2013 Phillies Report Card: Antonio Bastardo
Antonio Bastardo was really good this year. Once you factor out virtual nonentities like Mauricio Robles and John McDonald, Tony No-Dad led the team in ERA+ and K%. He’s been outstanding ever since his move to the bullpen, a few injury-addled months late in 2011 and early in 2012 notwithstanding. He also got dinged for drugs in this Biogenesis ordeal, which is (for me) less an indictment of his personal and professional reputation than it was a way to keep miles off an arm that’s been shown to be prone to fatigue. Again, Tony No-Dad proved to be a powerful argument for stocking your bullpen with young guys who throw hard instead of spending big money on “proven” relievers, namely Mike Adams and Jonathan Papelbon. As Tony No-Dad chugged along, Adams was hurt and Papelbon suffered a downtick in fastball velocity brought on either by age or the energy vacuum he creates between pitches, an interminable wait capable of snuffing out the nuclear fusion in a star.
The Tony No-Dad of 2013 was somewhat different from previous versions, in that his strikeout rate dropped, but many of the line drives he generated in previous years turned into ground balls, which allowed his overall effectiveness to remain, even if the Antonio Bastardo Strikeout Rampage is more or less over. Overall, it’s hard to complain about anything Bastardo did this season apart from the drug suspension, though there may be no more useless entity in baseball than a good reliever on a bad team.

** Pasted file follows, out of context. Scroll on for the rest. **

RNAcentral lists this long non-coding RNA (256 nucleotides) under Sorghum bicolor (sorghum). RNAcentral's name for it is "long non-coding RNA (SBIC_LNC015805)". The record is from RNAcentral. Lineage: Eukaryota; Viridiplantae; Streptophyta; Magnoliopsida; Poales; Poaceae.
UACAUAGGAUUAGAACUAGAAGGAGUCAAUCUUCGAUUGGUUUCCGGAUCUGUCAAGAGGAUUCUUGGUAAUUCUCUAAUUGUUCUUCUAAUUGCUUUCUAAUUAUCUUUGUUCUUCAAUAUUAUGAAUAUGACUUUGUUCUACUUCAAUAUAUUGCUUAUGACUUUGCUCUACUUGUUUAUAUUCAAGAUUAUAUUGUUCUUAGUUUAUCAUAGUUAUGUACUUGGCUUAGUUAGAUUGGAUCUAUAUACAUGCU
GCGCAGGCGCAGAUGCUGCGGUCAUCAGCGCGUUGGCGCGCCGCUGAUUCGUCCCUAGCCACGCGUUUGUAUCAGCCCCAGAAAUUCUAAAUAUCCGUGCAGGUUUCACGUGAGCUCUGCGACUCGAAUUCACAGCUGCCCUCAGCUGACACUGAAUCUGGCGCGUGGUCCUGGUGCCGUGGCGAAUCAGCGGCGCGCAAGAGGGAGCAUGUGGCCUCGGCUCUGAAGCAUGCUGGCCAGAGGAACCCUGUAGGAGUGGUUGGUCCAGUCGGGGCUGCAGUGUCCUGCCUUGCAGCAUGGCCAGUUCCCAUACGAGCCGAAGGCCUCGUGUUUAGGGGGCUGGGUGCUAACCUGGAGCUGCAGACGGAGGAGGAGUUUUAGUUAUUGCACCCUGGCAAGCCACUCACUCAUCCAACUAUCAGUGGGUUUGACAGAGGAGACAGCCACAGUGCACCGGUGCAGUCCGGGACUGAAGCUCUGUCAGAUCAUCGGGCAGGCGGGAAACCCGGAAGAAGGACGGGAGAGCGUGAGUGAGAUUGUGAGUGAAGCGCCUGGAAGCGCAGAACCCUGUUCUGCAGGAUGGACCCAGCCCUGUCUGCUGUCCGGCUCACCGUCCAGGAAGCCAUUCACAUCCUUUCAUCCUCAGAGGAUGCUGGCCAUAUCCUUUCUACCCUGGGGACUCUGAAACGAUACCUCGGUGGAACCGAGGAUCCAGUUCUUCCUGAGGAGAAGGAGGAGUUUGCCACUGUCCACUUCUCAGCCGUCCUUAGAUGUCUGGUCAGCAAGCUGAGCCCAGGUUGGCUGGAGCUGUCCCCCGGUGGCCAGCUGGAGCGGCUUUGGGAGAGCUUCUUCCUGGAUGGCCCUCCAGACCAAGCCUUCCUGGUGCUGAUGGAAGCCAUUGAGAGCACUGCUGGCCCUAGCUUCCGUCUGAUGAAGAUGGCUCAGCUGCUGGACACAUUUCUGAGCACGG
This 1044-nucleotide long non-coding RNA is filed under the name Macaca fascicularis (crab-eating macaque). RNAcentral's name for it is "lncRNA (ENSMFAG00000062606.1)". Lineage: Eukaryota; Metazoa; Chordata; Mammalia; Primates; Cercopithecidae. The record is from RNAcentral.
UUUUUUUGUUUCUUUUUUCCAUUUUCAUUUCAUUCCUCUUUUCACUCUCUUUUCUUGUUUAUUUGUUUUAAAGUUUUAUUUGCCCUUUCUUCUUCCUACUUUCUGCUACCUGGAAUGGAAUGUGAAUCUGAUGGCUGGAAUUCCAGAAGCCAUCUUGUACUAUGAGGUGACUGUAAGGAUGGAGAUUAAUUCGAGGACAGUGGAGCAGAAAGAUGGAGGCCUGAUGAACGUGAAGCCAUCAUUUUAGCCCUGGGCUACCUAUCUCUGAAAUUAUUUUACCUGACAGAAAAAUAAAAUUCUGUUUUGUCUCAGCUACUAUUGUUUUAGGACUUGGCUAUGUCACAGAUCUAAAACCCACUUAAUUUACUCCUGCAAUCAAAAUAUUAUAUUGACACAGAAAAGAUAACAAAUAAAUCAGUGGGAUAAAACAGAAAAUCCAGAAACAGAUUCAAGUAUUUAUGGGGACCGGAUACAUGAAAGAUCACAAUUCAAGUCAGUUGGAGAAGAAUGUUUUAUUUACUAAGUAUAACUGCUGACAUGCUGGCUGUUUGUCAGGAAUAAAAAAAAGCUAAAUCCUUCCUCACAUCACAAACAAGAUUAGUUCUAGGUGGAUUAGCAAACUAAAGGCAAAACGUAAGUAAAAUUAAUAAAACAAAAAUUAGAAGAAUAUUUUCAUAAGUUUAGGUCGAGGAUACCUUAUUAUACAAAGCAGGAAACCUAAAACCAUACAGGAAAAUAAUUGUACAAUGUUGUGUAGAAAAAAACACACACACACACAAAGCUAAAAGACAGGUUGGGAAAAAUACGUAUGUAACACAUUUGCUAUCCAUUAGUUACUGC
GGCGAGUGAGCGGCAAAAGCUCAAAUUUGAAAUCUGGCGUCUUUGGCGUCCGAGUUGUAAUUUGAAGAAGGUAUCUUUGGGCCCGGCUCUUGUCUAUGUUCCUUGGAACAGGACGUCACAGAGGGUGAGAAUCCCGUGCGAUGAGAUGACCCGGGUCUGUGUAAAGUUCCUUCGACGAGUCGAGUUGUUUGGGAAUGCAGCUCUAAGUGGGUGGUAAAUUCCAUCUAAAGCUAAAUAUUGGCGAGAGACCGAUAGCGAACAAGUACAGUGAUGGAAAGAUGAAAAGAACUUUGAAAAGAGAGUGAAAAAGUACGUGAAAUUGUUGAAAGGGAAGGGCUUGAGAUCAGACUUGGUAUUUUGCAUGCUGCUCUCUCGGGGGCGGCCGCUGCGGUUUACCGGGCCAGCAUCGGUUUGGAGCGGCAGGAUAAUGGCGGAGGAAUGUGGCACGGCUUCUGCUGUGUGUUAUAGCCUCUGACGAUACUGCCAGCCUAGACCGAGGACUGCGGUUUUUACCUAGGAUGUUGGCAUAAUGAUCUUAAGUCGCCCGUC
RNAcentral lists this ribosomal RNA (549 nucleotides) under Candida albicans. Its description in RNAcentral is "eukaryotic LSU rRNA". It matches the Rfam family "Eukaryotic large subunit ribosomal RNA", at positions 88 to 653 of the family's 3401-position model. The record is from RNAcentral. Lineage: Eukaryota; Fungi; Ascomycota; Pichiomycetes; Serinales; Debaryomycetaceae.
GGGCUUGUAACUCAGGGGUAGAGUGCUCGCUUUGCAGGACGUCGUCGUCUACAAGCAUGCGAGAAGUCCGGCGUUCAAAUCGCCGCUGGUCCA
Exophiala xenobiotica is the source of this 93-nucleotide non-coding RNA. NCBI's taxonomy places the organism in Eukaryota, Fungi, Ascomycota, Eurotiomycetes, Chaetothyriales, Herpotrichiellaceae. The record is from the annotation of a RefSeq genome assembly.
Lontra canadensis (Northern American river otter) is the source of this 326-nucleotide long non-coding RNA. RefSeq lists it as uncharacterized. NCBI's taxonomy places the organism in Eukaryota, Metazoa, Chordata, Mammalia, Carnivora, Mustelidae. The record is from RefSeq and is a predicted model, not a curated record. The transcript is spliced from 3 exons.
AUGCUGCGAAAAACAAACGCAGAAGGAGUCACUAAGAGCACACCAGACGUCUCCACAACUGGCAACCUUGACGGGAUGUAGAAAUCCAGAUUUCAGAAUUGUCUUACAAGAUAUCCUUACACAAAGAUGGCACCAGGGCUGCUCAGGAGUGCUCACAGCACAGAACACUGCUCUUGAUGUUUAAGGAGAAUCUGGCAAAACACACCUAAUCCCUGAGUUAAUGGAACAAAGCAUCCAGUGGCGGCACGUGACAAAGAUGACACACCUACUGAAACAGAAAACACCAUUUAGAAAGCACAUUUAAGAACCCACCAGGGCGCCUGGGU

On a personal note, I want the record to show that I’ve probably derived more positive feelings from Antonio Bastardo than any other Phillies player in recent years. I’ve loved him from the first moment he was called up, starting with his outrageous name, which has inspired me to launch a campaign to make “Tony No-Dad” commonplace enough that it gets listed on his Baseball Reference page (it hasn’t happened yet, but it will). I loved his first two starts, when Carlos Ruiz called for just about nothing but fastballs, figuring that he had a kid who could hit 95 but had control issues, so with his first two starts coming in pitchers’ parks, he was in good shape if nobody, including Bastardo, Ruiz and the batter, knew where the ball was going. There was that 2011 season where nobody could hit him, and ABSR in late 2012. I fear the day when he either becomes too expensive or too ineffective to be the Phillies’ best relief pitcher, which he’s been for a while now, no matter who gets the saves.